Lately, Eagles’ general manager Howie Roseman has come under fire for the lack of results and progress from the young talent on the team. Roseman was restored back to power in 2016 and hit a home run with his first selection in that draft - QB Carson Wentz from North Dakota state. However, here are Roseman’s post-Wentz draft results before this year:
Isaac Seumalo, Wendell Smallwood, Halapoulivaati Vaitai, Blake Countess, Jalen Mills, Alex McAlister, Joe Walker
Derek Barnett, Sidney Jones, Rasul Douglas, Mack Hollins, Donnel Pumphrey, Shelton Gibson, Nathan Gerry, Elijah Qualls
Dallas Goedert, Avonte Maddox, Josh Sweat, Matt Pryor, Jordan Mailata
Did some of these players contribute on the Eagles’ 2017 Super Bowl-winning team? Absolutely. Does Goedert look like an upper-tier NFL tight end? Yes. But that 2017 team, as we know, also consisted of many free agent signings and a roster that had its share of patchwork, which is hardly a recipe for long-term success in the NFL.
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None of these players have yet made the Pro Bowl. Roseman hasn’t drafted a Pro Bowl player besides Wentz since 2013, when he selected Lane Johnson and Zach Ertz with the first two picks.
Bottom line is the Eagles need to do a much better job of hitting on draft picks. For every Sidney Jones, who was a redshirt rookie, the Dallas Cowboys have drafted a Jaylon Smith, another redshirt rookie who has had far more success. For every Donnell Pumphrey, the Eagles missed out on players like Kareem Hunt and Alvin Kamara.
With many of the Eagles’ draft picks and free agent signings beginning to age and recent picks not performing, the Eagles find themselves in sort of a no-mans land right now. Unsure of whether they can truly contend another year or need to begin to retool the roster. They need to draft better. They need to find more true superstars.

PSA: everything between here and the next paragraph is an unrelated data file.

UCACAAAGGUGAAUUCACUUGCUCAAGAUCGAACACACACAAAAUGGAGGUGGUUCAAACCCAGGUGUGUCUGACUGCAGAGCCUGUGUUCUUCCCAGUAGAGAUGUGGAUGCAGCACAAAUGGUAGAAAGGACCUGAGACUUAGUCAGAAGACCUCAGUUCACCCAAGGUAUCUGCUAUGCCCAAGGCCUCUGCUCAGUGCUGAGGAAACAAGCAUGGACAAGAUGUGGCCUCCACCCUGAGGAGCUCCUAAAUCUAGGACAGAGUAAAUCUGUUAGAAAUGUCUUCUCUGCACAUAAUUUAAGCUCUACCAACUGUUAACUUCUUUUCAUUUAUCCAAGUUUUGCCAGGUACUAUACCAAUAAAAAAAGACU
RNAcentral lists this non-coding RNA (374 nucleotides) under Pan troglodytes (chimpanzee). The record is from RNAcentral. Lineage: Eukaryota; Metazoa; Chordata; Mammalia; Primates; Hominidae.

If a good draft class consists of at least two “studs” – the good news is the Eagles’ 2019 class is looking good early on.
Left tackle Andre Dillard was selected to be the replacement for Jason Peters, whether it be this year or next year. Peters was brought back this season so Dillard did not have to start immediately and could learn behind a future Hall-of-Famer. Peters is now sidelined with a knee injury and Dillard has been forced to step in. Dillard came into the NFL with developed technique beyond his years, and that has been on full display. After struggling while being thrown into the fire in Minnesota, Dillard has improved each and every week. He has committed 0 penalties in 180 snaps. He was graded 68.9 on the Pro Football Focus scale in Buffalo, only 9 points behind Peters’ season average. He helped seal Miles Sanders’ long TD run in Buffalo. He certainly hasn’t lost the team any games, which oftentimes a rookie offensive lineman thrown into the fire can do. It sure looks like as Dillard continues to grow, both physically and mentally, the Eagles have Carson Wentz’s blindside protector moving forward.
The Eagles then drafted RB Miles Sanders higher than any running back since LeSean McCoy in 2009, and before that Brian Westbrook in 2002. This signaled that the Eagles viewed Sanders as a true franchise running back and so far he has delivered in his rookie role alongside Jordan Howard. While Sanders has surprisingly been a force in the passing game, he struggled a bit with vision and hitting open running lanes through the first 7 games of the season. Sanders, who according to reporters was far and away the team’s best running back in training camp, finally broke through in a game on the ground in Buffalo. His 65-yard score, aided by a Howard block, gave the Eagles a 10-point lead and was really the first glimpse we’ve seen of Sanders' explosiveness as a runner. As Sanders’ vision improves and he matures, he could be primed to be the Eagles’ true feature back as soon as next season with Howard an impending free agent, similar to how McCoy took over lead-back duties in 2010.
While the remainder of the 2019 class so far leaves a lot to be desired, Dillard and Sanders have already emerged as possible fixtures on this offense for a long time – Dillard as Carson Wentz’s blindside protector, and Sanders as Wentz’s best friend in the backfield leading the running game. Both have the look of future Pro Bowlers. If the Eagles can draft two Pro Bowlers each draft class, as they did in 2009, 2012, and 2013, they can really begin building a young core moving forward faster than expected. For all the misses and so-so impact players of the last few classes, the 2019 draft class seems to be a step in the right direction.